Debate: Is it time to retire the Peace Corps?
Is the Peace Corps just a government-subsidized vacation for well-to-do white kids?
Nonsense, writes Jessie Seiler in an Op-Ed about her experience in the Peace Corps that ran in Sunday's Opinion pages.
Before I joined the Peace Corps, I had heard all the stereotypes. Volunteers were a bunch of privileged white kids, I was told. Guitar-strumming, wide-eyed do-gooders who didn't understand cultural differences and spent their time building latrines they could never persuade anyone to use.
Referencing a latrine project she successfully spearheaded, she writes:
The image of an unprepared, inexperienced volunteer armed with nothing but good intentions is no longer accurate, if it ever was -- at least not here in Senegal, West Africa, where I am serving in the Peace Corps as a preventative health educator.
Gal Beckerman takes a more pessimistic view. Writing for the Boston Globe, the former Peace Corps volunteer raises an eyebrow at the American institution, pointing to its structural problems and inefficient (or lack-there-of) development programs. Given our economic climate, Beckerman asks why we're still funding the Peace Corps. He's not alone. He quotes several people with similar frustrations, including:
Paula Hirschoff and Chuck Ludlam
"Why should the American taxpayer in a time of horrendous budget cuts pay for these college grads to have a two-year vacation in a foreign land?" asked Paula Hirschoff, a two-time Peace Corps volunteer who along with her husband, Chuck Ludlam, authored the critical memo. "Why? It doesn't make sense."
That lofty sense of virtue devoid of real mission strikes a lot of people as pretty fuzzy for an organization that is arguing for an even bigger budget and an increase in volunteer numbers. The Peace Corps needs to "start operating as an organization that is serious about efficiency and bang for the buck," wrote Robert Strauss in a 2008 Foreign Policy magazine article.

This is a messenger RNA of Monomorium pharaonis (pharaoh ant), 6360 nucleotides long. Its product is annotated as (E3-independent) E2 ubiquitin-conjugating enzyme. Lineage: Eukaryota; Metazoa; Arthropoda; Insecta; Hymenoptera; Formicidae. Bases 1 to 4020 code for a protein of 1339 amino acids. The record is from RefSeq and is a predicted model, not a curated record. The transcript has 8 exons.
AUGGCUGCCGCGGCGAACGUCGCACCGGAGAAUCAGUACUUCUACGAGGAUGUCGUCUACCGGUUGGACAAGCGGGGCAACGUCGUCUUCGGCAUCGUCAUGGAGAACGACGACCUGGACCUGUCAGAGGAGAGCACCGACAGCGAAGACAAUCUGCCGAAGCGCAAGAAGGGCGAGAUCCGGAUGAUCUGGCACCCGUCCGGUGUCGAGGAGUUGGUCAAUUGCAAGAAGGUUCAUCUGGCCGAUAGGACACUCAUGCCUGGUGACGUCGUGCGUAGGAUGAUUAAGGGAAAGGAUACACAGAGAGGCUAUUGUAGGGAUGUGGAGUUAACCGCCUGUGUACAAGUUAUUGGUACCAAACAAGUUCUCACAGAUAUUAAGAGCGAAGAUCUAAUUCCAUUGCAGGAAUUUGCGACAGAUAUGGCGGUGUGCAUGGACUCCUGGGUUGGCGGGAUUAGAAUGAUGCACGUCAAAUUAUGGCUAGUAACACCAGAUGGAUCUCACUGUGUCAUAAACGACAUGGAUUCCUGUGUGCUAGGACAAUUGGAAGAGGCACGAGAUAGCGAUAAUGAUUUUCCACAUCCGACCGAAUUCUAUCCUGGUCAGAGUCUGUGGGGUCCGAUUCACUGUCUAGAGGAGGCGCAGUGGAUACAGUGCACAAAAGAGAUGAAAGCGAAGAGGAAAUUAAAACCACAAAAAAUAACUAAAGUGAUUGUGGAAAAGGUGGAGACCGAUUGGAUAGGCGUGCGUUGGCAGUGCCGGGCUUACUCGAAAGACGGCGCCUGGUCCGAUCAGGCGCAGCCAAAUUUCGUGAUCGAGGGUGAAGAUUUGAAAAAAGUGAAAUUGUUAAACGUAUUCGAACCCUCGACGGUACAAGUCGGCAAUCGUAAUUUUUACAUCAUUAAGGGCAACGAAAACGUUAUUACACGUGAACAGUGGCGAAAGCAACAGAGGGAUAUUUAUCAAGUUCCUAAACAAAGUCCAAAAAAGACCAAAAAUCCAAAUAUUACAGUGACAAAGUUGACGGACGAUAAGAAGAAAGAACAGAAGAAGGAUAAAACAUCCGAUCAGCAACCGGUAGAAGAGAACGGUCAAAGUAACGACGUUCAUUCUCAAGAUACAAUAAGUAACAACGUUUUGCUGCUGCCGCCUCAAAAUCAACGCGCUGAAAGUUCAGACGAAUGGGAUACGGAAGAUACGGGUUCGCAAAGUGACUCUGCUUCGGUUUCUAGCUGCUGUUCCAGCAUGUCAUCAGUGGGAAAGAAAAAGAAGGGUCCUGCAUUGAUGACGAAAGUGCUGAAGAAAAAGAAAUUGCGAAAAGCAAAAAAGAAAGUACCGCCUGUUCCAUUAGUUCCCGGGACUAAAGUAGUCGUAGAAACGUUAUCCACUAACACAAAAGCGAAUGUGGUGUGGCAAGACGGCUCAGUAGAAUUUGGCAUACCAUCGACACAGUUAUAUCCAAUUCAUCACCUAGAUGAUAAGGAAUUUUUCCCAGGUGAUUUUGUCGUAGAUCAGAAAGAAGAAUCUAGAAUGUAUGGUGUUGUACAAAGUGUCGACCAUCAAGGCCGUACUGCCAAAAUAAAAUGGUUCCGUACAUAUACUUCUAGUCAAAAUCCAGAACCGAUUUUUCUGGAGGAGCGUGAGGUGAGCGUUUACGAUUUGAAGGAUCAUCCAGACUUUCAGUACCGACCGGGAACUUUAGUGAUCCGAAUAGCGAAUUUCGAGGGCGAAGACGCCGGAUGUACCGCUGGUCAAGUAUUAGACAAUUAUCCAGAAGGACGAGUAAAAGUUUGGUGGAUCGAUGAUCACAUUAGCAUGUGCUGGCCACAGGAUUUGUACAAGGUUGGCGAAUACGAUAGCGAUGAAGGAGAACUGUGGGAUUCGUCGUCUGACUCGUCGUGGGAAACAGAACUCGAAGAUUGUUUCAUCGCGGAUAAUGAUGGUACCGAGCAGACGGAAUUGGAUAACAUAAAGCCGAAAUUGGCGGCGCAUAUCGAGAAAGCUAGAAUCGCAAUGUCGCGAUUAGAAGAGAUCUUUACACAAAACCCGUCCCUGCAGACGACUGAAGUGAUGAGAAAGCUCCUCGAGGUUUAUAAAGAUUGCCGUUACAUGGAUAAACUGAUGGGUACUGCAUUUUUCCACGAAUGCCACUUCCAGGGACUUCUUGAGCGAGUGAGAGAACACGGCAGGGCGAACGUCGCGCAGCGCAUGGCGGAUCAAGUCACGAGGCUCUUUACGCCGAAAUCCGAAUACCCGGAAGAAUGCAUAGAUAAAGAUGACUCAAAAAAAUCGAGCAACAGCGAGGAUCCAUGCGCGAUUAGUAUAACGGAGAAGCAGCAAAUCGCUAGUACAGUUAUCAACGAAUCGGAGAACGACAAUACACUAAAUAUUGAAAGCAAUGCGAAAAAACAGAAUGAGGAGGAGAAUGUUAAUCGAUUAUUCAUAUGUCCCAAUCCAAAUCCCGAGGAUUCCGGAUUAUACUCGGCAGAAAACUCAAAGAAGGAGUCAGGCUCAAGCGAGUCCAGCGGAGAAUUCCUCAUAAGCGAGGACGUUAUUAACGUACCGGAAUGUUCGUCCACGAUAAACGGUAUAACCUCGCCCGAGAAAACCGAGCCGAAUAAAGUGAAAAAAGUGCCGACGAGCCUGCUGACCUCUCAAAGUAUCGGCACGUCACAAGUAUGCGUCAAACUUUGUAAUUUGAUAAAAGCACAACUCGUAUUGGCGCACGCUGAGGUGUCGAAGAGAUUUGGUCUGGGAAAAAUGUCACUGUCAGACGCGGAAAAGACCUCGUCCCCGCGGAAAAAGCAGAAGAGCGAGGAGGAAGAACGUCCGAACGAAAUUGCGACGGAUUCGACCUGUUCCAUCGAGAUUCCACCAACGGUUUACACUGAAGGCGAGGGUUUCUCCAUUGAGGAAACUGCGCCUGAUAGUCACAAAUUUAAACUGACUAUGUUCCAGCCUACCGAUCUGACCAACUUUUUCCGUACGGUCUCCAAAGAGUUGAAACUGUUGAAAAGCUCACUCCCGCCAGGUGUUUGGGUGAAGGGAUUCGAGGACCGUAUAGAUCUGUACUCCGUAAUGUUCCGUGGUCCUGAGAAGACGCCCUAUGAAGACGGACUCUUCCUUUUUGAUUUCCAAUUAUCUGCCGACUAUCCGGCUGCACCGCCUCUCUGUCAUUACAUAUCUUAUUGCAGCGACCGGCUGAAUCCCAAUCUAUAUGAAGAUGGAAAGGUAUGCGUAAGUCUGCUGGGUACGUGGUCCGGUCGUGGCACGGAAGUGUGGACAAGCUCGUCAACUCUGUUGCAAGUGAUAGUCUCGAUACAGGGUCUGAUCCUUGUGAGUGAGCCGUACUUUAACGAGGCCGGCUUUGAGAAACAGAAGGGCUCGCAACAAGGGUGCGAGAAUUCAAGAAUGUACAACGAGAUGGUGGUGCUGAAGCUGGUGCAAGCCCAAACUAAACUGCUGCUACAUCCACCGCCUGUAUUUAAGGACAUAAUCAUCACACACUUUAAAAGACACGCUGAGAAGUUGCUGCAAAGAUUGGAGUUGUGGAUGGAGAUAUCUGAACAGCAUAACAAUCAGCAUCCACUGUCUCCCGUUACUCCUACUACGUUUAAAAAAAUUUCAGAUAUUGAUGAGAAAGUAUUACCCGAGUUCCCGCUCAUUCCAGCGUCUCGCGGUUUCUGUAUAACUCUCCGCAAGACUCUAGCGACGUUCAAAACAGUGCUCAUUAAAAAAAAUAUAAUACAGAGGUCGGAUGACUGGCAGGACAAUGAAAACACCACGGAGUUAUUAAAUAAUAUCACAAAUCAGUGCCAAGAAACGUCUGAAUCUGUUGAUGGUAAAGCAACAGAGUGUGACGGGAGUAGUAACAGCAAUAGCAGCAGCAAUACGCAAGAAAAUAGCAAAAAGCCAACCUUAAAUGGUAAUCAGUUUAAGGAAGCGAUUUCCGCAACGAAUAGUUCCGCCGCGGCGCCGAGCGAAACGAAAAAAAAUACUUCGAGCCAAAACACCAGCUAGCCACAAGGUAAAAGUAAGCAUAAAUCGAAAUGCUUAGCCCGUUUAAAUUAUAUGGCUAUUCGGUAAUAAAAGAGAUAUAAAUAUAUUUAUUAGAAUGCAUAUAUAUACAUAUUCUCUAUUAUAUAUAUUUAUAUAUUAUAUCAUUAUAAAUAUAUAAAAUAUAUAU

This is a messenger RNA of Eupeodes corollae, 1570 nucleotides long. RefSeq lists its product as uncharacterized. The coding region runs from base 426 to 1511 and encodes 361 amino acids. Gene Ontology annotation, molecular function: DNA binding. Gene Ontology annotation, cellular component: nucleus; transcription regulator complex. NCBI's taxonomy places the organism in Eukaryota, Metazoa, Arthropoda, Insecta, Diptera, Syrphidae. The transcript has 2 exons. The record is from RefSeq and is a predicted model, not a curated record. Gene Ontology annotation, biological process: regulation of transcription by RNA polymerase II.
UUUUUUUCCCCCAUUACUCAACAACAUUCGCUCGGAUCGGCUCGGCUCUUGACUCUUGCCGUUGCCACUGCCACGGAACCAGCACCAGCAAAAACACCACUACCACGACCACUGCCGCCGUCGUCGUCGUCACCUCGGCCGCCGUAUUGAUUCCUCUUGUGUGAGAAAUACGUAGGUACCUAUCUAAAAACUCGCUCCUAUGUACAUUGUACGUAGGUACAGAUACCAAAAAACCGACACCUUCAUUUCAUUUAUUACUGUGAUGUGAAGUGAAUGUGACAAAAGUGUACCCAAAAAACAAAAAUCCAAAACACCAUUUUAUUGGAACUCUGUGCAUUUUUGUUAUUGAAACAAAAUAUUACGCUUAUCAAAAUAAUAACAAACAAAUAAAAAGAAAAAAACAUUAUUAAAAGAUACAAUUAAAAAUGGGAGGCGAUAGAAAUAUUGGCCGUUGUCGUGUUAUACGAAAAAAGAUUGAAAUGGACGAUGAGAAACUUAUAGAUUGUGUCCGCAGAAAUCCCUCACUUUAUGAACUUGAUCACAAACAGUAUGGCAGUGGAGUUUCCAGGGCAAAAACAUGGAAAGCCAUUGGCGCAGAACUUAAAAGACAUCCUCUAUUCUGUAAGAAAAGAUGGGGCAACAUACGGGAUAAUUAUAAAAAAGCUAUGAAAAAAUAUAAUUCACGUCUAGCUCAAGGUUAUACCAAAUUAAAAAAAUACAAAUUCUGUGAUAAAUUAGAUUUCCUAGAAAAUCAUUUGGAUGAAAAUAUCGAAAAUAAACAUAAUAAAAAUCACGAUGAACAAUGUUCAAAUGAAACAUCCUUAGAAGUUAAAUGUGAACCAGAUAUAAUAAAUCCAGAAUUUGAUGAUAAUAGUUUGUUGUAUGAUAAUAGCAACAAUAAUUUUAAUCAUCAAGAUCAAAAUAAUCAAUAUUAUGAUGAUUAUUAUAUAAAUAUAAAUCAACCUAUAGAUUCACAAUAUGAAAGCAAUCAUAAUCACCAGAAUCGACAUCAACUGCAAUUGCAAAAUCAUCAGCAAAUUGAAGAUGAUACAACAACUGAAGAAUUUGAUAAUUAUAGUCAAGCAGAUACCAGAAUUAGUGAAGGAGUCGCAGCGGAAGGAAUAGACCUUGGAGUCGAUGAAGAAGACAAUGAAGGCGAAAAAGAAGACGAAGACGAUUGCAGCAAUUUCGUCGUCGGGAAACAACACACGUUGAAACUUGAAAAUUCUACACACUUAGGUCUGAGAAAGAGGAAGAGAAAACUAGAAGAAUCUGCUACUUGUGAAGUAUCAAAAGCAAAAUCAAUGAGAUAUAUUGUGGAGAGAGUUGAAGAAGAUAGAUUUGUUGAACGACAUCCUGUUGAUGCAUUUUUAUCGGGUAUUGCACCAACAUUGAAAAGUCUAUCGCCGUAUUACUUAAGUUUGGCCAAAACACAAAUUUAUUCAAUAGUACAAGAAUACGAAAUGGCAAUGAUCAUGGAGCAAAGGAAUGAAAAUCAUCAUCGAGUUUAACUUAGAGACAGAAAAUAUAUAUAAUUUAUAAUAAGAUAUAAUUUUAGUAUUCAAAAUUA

"The Peace Corps goals and missions were very misleading," said Will Dickinson, a volunteer who served in Armenia from 2005 to 2007 and upon his return started an independent website called Peace Corps Wiki to help volunteers share information about their service. "I was told I was going to be immersed in development work. In the end, I figured out how to do that, but it took me fighting the Peace Corps the whole way in order to do that mission."
Despite Seiler's success with her latrine project in Senegal, though, there is a point on which she'd likely agree with Beckerman: If we're going to invest in the Peace Corps, shouldn't we be thinking long term?
Maybe this latrine project in my village will prove to have been a small step in the right direction. And maybe I should be happy with that. But I want the people of this village to want more. If in 10 or 20 years the people of Ndiago and Senegal and the rest of the developing world are still asking for latrines instead of demanding access to health and sanitation facilities, to better schooling for their children and more accountability from their leaders, then my project and thousands of others all across the world were failures. Fama is not one special, entitled child in a million, she's one of millions. Each one of them is worth more than what a latrine project can give them. So what do we do now?
--Alexandra Le Tellier
Photo: A 1965 snapshot of Peace Corps volunteer C.J. Smith Castagnaro, right, visiting a friend and village children in Bahr Dar, Ethiopia. This year is the 50th anniversary of the Peace Corps.